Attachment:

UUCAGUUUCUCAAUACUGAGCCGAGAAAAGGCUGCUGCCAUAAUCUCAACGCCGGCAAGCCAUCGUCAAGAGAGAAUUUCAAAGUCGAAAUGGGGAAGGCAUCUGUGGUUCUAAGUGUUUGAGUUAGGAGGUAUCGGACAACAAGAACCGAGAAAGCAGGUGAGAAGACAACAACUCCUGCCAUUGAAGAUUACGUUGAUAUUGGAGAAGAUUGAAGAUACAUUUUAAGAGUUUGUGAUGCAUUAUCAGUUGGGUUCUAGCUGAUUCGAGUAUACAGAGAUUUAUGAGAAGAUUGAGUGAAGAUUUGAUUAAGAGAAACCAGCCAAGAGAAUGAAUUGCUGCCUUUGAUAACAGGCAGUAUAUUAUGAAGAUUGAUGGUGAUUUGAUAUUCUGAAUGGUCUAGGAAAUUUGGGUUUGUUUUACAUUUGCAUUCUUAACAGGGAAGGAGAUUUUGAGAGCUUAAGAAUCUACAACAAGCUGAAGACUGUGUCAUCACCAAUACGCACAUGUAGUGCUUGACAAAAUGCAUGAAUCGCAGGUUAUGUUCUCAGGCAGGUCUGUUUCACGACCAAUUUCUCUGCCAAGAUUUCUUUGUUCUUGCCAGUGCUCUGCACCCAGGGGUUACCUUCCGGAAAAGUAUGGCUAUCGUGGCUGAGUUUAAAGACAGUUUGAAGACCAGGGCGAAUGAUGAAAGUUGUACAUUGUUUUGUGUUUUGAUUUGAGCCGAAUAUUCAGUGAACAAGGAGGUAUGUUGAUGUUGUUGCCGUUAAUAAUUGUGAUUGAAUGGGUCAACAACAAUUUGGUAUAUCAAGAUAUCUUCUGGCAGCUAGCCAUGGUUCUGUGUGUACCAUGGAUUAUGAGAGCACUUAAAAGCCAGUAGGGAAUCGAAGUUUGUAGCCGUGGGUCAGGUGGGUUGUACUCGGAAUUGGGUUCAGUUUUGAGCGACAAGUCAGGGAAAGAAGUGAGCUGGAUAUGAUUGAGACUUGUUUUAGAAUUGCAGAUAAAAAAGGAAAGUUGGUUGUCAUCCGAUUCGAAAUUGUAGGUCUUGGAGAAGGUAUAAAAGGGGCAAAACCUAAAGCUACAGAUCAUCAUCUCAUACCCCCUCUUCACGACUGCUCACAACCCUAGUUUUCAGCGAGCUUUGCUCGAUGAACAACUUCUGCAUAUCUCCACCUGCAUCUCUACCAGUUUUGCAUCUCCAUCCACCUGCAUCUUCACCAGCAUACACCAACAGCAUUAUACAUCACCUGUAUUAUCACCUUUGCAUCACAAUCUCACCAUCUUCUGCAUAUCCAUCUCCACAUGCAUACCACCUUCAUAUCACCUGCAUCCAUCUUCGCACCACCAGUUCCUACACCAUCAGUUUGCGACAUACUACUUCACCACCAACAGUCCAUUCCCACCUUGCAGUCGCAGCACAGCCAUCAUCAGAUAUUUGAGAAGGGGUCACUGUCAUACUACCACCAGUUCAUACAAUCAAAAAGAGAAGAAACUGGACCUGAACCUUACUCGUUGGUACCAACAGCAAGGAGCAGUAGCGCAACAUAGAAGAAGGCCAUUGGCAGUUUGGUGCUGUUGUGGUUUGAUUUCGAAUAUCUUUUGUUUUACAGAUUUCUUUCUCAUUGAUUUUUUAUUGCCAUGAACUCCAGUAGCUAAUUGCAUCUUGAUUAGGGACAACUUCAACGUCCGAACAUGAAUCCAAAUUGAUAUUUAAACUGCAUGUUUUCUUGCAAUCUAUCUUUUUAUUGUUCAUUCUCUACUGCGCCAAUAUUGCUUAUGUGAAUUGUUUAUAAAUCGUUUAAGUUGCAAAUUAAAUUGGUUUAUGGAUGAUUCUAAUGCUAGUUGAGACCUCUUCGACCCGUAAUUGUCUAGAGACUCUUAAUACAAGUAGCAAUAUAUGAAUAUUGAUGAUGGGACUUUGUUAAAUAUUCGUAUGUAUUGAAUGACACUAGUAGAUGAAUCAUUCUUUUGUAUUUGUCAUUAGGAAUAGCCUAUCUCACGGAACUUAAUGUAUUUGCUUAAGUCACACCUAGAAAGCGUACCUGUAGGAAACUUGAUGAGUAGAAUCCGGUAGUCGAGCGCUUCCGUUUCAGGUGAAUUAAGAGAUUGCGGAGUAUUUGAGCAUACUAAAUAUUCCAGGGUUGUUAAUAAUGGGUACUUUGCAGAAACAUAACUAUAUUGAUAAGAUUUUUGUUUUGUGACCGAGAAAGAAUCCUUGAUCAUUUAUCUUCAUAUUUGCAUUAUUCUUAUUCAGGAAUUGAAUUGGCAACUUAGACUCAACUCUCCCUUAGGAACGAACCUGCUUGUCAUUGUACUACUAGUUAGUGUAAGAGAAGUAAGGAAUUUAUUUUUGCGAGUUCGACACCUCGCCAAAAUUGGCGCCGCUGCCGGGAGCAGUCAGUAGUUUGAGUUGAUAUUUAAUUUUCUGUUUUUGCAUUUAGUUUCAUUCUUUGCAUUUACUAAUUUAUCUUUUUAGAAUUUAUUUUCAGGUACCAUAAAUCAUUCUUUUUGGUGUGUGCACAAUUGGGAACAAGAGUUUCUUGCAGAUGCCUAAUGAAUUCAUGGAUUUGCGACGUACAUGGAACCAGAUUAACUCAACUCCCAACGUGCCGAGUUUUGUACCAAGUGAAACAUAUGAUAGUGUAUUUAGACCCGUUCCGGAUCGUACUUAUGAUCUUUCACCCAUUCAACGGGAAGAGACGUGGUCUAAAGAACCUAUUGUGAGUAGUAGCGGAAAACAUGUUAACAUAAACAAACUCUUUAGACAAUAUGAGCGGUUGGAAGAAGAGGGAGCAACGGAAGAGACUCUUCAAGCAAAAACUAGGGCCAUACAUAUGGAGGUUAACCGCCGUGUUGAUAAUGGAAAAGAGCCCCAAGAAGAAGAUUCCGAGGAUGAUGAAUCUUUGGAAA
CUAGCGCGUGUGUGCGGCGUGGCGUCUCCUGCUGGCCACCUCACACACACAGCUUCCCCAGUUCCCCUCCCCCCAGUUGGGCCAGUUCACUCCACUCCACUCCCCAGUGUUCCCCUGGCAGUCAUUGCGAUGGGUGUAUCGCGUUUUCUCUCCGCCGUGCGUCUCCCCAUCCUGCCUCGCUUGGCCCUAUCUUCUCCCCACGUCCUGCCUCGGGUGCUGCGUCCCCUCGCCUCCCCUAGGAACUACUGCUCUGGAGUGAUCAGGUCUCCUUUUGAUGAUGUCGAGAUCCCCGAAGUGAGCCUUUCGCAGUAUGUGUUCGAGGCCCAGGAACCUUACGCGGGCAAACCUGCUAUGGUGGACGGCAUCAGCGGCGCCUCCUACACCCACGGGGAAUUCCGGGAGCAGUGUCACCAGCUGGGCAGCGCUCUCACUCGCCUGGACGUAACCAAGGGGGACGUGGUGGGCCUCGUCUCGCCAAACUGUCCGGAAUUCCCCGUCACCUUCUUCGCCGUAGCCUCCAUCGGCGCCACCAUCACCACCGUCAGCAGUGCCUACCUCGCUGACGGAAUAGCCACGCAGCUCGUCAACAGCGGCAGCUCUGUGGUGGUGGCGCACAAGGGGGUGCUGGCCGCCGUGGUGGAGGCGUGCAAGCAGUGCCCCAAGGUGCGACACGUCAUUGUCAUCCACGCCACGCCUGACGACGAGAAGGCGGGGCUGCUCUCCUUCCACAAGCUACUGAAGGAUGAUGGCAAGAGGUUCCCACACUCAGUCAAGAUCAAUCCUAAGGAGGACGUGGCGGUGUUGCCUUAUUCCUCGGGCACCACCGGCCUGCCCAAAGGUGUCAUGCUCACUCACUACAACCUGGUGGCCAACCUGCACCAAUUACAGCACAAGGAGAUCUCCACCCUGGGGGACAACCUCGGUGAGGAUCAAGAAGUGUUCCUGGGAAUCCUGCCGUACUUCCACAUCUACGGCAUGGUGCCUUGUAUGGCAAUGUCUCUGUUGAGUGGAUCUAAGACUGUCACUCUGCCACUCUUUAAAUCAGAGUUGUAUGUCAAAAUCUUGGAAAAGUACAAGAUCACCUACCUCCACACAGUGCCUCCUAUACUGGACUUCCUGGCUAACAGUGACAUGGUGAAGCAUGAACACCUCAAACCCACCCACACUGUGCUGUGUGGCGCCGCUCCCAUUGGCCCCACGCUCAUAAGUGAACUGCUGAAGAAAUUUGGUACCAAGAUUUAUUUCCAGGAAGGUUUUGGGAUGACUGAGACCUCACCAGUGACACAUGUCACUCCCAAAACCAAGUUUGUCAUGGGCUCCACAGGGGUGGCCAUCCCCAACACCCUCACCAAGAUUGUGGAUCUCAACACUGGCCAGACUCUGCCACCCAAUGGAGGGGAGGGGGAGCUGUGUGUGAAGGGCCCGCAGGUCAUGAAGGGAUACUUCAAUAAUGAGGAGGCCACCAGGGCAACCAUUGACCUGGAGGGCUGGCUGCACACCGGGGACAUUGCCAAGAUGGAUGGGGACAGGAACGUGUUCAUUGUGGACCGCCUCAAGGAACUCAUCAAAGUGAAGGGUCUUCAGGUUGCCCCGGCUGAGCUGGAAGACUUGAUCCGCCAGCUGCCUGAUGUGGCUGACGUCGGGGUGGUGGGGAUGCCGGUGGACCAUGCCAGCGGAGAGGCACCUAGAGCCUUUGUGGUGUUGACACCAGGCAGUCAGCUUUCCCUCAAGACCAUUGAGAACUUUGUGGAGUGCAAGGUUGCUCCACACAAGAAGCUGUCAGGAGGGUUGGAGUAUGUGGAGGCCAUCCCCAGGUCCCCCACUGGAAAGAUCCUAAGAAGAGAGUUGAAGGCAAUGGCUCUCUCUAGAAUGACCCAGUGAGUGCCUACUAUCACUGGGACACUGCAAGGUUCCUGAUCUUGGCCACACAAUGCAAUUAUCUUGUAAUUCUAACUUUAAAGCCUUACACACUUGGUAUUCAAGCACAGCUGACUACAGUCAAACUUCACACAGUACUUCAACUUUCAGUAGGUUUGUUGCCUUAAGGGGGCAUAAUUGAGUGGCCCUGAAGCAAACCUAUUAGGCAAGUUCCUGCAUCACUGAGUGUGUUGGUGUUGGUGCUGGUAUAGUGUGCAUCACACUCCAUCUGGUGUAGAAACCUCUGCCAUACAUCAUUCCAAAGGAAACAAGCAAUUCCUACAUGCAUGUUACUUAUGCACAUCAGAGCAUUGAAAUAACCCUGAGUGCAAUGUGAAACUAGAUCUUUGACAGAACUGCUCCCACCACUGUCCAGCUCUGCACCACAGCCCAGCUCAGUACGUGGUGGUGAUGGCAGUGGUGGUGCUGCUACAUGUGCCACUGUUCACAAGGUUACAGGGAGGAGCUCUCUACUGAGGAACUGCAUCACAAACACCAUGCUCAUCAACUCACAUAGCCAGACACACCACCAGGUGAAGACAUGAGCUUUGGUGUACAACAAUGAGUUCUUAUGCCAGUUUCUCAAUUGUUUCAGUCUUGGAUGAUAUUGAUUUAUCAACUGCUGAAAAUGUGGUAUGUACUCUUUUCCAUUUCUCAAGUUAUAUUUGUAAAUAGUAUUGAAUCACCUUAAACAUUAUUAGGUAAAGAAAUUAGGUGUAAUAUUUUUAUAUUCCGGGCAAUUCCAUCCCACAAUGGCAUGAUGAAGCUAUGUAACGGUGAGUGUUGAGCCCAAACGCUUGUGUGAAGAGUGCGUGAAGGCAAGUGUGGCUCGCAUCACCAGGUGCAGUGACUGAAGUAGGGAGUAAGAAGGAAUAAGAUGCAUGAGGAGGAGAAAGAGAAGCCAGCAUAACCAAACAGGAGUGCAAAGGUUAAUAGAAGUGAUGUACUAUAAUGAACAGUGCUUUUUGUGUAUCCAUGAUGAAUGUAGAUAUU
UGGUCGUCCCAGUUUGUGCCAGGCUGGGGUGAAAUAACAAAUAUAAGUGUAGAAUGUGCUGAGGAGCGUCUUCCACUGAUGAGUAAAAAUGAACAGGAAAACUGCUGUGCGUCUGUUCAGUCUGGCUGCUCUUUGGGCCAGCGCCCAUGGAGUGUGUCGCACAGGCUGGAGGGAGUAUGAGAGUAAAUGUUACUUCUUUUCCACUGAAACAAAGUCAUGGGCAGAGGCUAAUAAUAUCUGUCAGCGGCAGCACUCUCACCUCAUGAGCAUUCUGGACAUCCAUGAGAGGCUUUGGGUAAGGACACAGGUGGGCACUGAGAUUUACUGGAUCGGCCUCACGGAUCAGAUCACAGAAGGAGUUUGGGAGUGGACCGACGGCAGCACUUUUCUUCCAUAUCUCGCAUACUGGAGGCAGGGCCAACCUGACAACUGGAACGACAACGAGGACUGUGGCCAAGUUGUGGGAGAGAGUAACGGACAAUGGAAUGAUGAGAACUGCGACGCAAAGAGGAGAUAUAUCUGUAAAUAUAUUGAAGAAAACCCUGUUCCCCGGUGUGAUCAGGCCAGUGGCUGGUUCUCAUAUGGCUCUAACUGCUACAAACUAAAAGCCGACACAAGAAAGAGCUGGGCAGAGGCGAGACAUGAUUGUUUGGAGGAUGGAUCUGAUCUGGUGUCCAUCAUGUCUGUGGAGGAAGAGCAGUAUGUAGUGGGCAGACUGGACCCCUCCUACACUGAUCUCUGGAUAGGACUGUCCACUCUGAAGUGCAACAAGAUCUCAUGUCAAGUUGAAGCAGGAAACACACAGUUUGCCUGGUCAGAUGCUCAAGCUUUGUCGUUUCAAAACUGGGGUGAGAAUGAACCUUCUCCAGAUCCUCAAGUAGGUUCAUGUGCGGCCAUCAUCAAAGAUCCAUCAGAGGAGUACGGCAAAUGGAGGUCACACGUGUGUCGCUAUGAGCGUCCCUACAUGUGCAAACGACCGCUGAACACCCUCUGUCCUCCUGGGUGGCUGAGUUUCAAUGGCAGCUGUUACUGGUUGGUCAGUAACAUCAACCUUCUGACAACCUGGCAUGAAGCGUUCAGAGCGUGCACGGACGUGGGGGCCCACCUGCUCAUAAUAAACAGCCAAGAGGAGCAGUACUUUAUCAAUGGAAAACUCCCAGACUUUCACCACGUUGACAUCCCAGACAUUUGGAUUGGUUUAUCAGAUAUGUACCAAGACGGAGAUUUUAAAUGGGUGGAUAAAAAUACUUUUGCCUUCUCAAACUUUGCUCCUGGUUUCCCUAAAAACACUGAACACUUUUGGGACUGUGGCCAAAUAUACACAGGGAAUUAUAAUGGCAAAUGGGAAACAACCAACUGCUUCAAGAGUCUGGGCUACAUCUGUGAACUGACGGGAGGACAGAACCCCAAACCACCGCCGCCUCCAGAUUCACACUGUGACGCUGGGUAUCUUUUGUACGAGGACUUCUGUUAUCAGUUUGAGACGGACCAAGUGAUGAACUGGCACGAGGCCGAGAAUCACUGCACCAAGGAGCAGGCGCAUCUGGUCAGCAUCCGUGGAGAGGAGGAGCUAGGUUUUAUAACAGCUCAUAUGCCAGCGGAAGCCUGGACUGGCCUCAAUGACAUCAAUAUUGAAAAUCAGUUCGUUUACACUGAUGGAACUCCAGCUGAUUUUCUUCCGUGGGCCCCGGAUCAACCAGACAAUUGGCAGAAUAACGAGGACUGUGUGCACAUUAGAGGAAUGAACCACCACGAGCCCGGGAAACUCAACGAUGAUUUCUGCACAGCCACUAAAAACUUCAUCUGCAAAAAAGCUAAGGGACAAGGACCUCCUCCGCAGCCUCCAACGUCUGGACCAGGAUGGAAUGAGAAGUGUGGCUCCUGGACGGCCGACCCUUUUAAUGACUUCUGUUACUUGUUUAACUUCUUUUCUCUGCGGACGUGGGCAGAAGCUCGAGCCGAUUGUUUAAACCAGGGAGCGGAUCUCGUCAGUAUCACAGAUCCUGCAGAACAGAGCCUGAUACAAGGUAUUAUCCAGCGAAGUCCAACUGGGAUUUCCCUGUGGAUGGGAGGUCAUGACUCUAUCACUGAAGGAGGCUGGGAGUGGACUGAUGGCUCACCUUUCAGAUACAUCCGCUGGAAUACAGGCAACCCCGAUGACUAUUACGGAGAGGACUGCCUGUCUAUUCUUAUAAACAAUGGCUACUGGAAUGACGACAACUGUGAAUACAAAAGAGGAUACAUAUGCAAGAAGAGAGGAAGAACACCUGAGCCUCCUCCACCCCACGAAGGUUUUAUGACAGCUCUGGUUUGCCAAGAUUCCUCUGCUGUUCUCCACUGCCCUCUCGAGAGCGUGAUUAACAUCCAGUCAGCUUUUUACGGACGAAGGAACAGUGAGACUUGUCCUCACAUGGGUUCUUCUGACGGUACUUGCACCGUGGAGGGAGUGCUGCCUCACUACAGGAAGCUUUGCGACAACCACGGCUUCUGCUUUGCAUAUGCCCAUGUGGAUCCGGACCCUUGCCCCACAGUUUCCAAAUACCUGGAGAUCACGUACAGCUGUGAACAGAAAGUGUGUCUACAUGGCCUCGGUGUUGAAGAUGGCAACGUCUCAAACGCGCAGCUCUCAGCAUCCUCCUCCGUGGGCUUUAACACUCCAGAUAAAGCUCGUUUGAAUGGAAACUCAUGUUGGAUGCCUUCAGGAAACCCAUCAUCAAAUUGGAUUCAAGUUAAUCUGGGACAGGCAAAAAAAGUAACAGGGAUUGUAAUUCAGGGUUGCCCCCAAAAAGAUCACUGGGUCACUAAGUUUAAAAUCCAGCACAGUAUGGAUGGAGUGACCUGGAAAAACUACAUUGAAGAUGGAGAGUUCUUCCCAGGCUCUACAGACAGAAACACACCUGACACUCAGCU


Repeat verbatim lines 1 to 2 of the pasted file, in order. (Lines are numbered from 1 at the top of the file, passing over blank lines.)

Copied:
UUCAGUUUCUCAAUACUGAGCCGAGAAAAGGCUGCUGCCAUAAUCUCAACGCCGGCAAGCCAUCGUCAAGAGAGAAUUUCAAAGUCGAAAUGGGGAAGGCAUCUGUGGUUCUAAGUGUUUGAGUUAGGAGGUAUCGGACAACAAGAACCGAGAAAGCAGGUGAGAAGACAACAACUCCUGCCAUUGAAGAUUACGUUGAUAUUGGAGAAGAUUGAAGAUACAUUUUAAGAGUUUGUGAUGCAUUAUCAGUUGGGUUCUAGCUGAUUCGAGUAUACAGAGAUUUAUGAGAAGAUUGAGUGAAGAUUUGAUUAAGAGAAACCAGCCAAGAGAAUGAAUUGCUGCCUUUGAUAACAGGCAGUAUAUUAUGAAGAUUGAUGGUGAUUUGAUAUUCUGAAUGGUCUAGGAAAUUUGGGUUUGUUUUACAUUUGCAUUCUUAACAGGGAAGGAGAUUUUGAGAGCUUAAGAAUCUACAACAAGCUGAAGACUGUGUCAUCACCAAUACGCACAUGUAGUGCUUGACAAAAUGCAUGAAUCGCAGGUUAUGUUCUCAGGCAGGUCUGUUUCACGACCAAUUUCUCUGCCAAGAUUUCUUUGUUCUUGCCAGUGCUCUGCACCCAGGGGUUACCUUCCGGAAAAGUAUGGCUAUCGUGGCUGAGUUUAAAGACAGUUUGAAGACCAGGGCGAAUGAUGAAAGUUGUACAUUGUUUUGUGUUUUGAUUUGAGCCGAAUAUUCAGUGAACAAGGAGGUAUGUUGAUGUUGUUGCCGUUAAUAAUUGUGAUUGAAUGGGUCAACAACAAUUUGGUAUAUCAAGAUAUCUUCUGGCAGCUAGCCAUGGUUCUGUGUGUACCAUGGAUUAUGAGAGCACUUAAAAGCCAGUAGGGAAUCGAAGUUUGUAGCCGUGGGUCAGGUGGGUUGUACUCGGAAUUGGGUUCAGUUUUGAGCGACAAGUCAGGGAAAGAAGUGAGCUGGAUAUGAUUGAGACUUGUUUUAGAAUUGCAGAUAAAAAAGGAAAGUUGGUUGUCAUCCGAUUCGAAAUUGUAGGUCUUGGAGAAGGUAUAAAAGGGGCAAAACCUAAAGCUACAGAUCAUCAUCUCAUACCCCCUCUUCACGACUGCUCACAACCCUAGUUUUCAGCGAGCUUUGCUCGAUGAACAACUUCUGCAUAUCUCCACCUGCAUCUCUACCAGUUUUGCAUCUCCAUCCACCUGCAUCUUCACCAGCAUACACCAACAGCAUUAUACAUCACCUGUAUUAUCACCUUUGCAUCACAAUCUCACCAUCUUCUGCAUAUCCAUCUCCACAUGCAUACCACCUUCAUAUCACCUGCAUCCAUCUUCGCACCACCAGUUCCUACACCAUCAGUUUGCGACAUACUACUUCACCACCAACAGUCCAUUCCCACCUUGCAGUCGCAGCACAGCCAUCAUCAGAUAUUUGAGAAGGGGUCACUGUCAUACUACCACCAGUUCAUACAAUCAAAAAGAGAAGAAACUGGACCUGAACCUUACUCGUUGGUACCAACAGCAAGGAGCAGUAGCGCAACAUAGAAGAAGGCCAUUGGCAGUUUGGUGCUGUUGUGGUUUGAUUUCGAAUAUCUUUUGUUUUACAGAUUUCUUUCUCAUUGAUUUUUUAUUGCCAUGAACUCCAGUAGCUAAUUGCAUCUUGAUUAGGGACAACUUCAACGUCCGAACAUGAAUCCAAAUUGAUAUUUAAACUGCAUGUUUUCUUGCAAUCUAUCUUUUUAUUGUUCAUUCUCUACUGCGCCAAUAUUGCUUAUGUGAAUUGUUUAUAAAUCGUUUAAGUUGCAAAUUAAAUUGGUUUAUGGAUGAUUCUAAUGCUAGUUGAGACCUCUUCGACCCGUAAUUGUCUAGAGACUCUUAAUACAAGUAGCAAUAUAUGAAUAUUGAUGAUGGGACUUUGUUAAAUAUUCGUAUGUAUUGAAUGACACUAGUAGAUGAAUCAUUCUUUUGUAUUUGUCAUUAGGAAUAGCCUAUCUCACGGAACUUAAUGUAUUUGCUUAAGUCACACCUAGAAAGCGUACCUGUAGGAAACUUGAUGAGUAGAAUCCGGUAGUCGAGCGCUUCCGUUUCAGGUGAAUUAAGAGAUUGCGGAGUAUUUGAGCAUACUAAAUAUUCCAGGGUUGUUAAUAAUGGGUACUUUGCAGAAACAUAACUAUAUUGAUAAGAUUUUUGUUUUGUGACCGAGAAAGAAUCCUUGAUCAUUUAUCUUCAUAUUUGCAUUAUUCUUAUUCAGGAAUUGAAUUGGCAACUUAGACUCAACUCUCCCUUAGGAACGAACCUGCUUGUCAUUGUACUACUAGUUAGUGUAAGAGAAGUAAGGAAUUUAUUUUUGCGAGUUCGACACCUCGCCAAAAUUGGCGCCGCUGCCGGGAGCAGUCAGUAGUUUGAGUUGAUAUUUAAUUUUCUGUUUUUGCAUUUAGUUUCAUUCUUUGCAUUUACUAAUUUAUCUUUUUAGAAUUUAUUUUCAGGUACCAUAAAUCAUUCUUUUUGGUGUGUGCACAAUUGGGAACAAGAGUUUCUUGCAGAUGCCUAAUGAAUUCAUGGAUUUGCGACGUACAUGGAACCAGAUUAACUCAACUCCCAACGUGCCGAGUUUUGUACCAAGUGAAACAUAUGAUAGUGUAUUUAGACCCGUUCCGGAUCGUACUUAUGAUCUUUCACCCAUUCAACGGGAAGAGACGUGGUCUAAAGAACCUAUUGUGAGUAGUAGCGGAAAACAUGUUAACAUAAACAAACUCUUUAGACAAUAUGAGCGGUUGGAAGAAGAGGGAGCAACGGAAGAGACUCUUCAAGCAAAAACUAGGGCCAUACAUAUGGAGGUUAACCGCCGUGUUGAUAAUGGAAAAGAGCCCCAAGAAGAAGAUUCCGAGGAUGAUGAAUCUUUGGAAA
CUAGCGCGUGUGUGCGGCGUGGCGUCUCCUGCUGGCCACCUCACACACACAGCUUCCCCAGUUCCCCUCCCCCCAGUUGGGCCAGUUCACUCCACUCCACUCCCCAGUGUUCCCCUGGCAGUCAUUGCGAUGGGUGUAUCGCGUUUUCUCUCCGCCGUGCGUCUCCCCAUCCUGCCUCGCUUGGCCCUAUCUUCUCCCCACGUCCUGCCUCGGGUGCUGCGUCCCCUCGCCUCCCCUAGGAACUACUGCUCUGGAGUGAUCAGGUCUCCUUUUGAUGAUGUCGAGAUCCCCGAAGUGAGCCUUUCGCAGUAUGUGUUCGAGGCCCAGGAACCUUACGCGGGCAAACCUGCUAUGGUGGACGGCAUCAGCGGCGCCUCCUACACCCACGGGGAAUUCCGGGAGCAGUGUCACCAGCUGGGCAGCGCUCUCACUCGCCUGGACGUAACCAAGGGGGACGUGGUGGGCCUCGUCUCGCCAAACUGUCCGGAAUUCCCCGUCACCUUCUUCGCCGUAGCCUCCAUCGGCGCCACCAUCACCACCGUCAGCAGUGCCUACCUCGCUGACGGAAUAGCCACGCAGCUCGUCAACAGCGGCAGCUCUGUGGUGGUGGCGCACAAGGGGGUGCUGGCCGCCGUGGUGGAGGCGUGCAAGCAGUGCCCCAAGGUGCGACACGUCAUUGUCAUCCACGCCACGCCUGACGACGAGAAGGCGGGGCUGCUCUCCUUCCACAAGCUACUGAAGGAUGAUGGCAAGAGGUUCCCACACUCAGUCAAGAUCAAUCCUAAGGAGGACGUGGCGGUGUUGCCUUAUUCCUCGGGCACCACCGGCCUGCCCAAAGGUGUCAUGCUCACUCACUACAACCUGGUGGCCAACCUGCACCAAUUACAGCACAAGGAGAUCUCCACCCUGGGGGACAACCUCGGUGAGGAUCAAGAAGUGUUCCUGGGAAUCCUGCCGUACUUCCACAUCUACGGCAUGGUGCCUUGUAUGGCAAUGUCUCUGUUGAGUGGAUCUAAGACUGUCACUCUGCCACUCUUUAAAUCAGAGUUGUAUGUCAAAAUCUUGGAAAAGUACAAGAUCACCUACCUCCACACAGUGCCUCCUAUACUGGACUUCCUGGCUAACAGUGACAUGGUGAAGCAUGAACACCUCAAACCCACCCACACUGUGCUGUGUGGCGCCGCUCCCAUUGGCCCCACGCUCAUAAGUGAACUGCUGAAGAAAUUUGGUACCAAGAUUUAUUUCCAGGAAGGUUUUGGGAUGACUGAGACCUCACCAGUGACACAUGUCACUCCCAAAACCAAGUUUGUCAUGGGCUCCACAGGGGUGGCCAUCCCCAACACCCUCACCAAGAUUGUGGAUCUCAACACUGGCCAGACUCUGCCACCCAAUGGAGGGGAGGGGGAGCUGUGUGUGAAGGGCCCGCAGGUCAUGAAGGGAUACUUCAAUAAUGAGGAGGCCACCAGGGCAACCAUUGACCUGGAGGGCUGGCUGCACACCGGGGACAUUGCCAAGAUGGAUGGGGACAGGAACGUGUUCAUUGUGGACCGCCUCAAGGAACUCAUCAAAGUGAAGGGUCUUCAGGUUGCCCCGGCUGAGCUGGAAGACUUGAUCCGCCAGCUGCCUGAUGUGGCUGACGUCGGGGUGGUGGGGAUGCCGGUGGACCAUGCCAGCGGAGAGGCACCUAGAGCCUUUGUGGUGUUGACACCAGGCAGUCAGCUUUCCCUCAAGACCAUUGAGAACUUUGUGGAGUGCAAGGUUGCUCCACACAAGAAGCUGUCAGGAGGGUUGGAGUAUGUGGAGGCCAUCCCCAGGUCCCCCACUGGAAAGAUCCUAAGAAGAGAGUUGAAGGCAAUGGCUCUCUCUAGAAUGACCCAGUGAGUGCCUACUAUCACUGGGACACUGCAAGGUUCCUGAUCUUGGCCACACAAUGCAAUUAUCUUGUAAUUCUAACUUUAAAGCCUUACACACUUGGUAUUCAAGCACAGCUGACUACAGUCAAACUUCACACAGUACUUCAACUUUCAGUAGGUUUGUUGCCUUAAGGGGGCAUAAUUGAGUGGCCCUGAAGCAAACCUAUUAGGCAAGUUCCUGCAUCACUGAGUGUGUUGGUGUUGGUGCUGGUAUAGUGUGCAUCACACUCCAUCUGGUGUAGAAACCUCUGCCAUACAUCAUUCCAAAGGAAACAAGCAAUUCCUACAUGCAUGUUACUUAUGCACAUCAGAGCAUUGAAAUAACCCUGAGUGCAAUGUGAAACUAGAUCUUUGACAGAACUGCUCCCACCACUGUCCAGCUCUGCACCACAGCCCAGCUCAGUACGUGGUGGUGAUGGCAGUGGUGGUGCUGCUACAUGUGCCACUGUUCACAAGGUUACAGGGAGGAGCUCUCUACUGAGGAACUGCAUCACAAACACCAUGCUCAUCAACUCACAUAGCCAGACACACCACCAGGUGAAGACAUGAGCUUUGGUGUACAACAAUGAGUUCUUAUGCCAGUUUCUCAAUUGUUUCAGUCUUGGAUGAUAUUGAUUUAUCAACUGCUGAAAAUGUGGUAUGUACUCUUUUCCAUUUCUCAAGUUAUAUUUGUAAAUAGUAUUGAAUCACCUUAAACAUUAUUAGGUAAAGAAAUUAGGUGUAAUAUUUUUAUAUUCCGGGCAAUUCCAUCCCACAAUGGCAUGAUGAAGCUAUGUAACGGUGAGUGUUGAGCCCAAACGCUUGUGUGAAGAGUGCGUGAAGGCAAGUGUGGCUCGCAUCACCAGGUGCAGUGACUGAAGUAGGGAGUAAGAAGGAAUAAGAUGCAUGAGGAGGAGAAAGAGAAGCCAGCAUAACCAAACAGGAGUGCAAAGGUUAAUAGAAGUGAUGUACUAUAAUGAACAGUGCUUUUUGUGUAUCCAUGAUGAAUGUAGAUAUU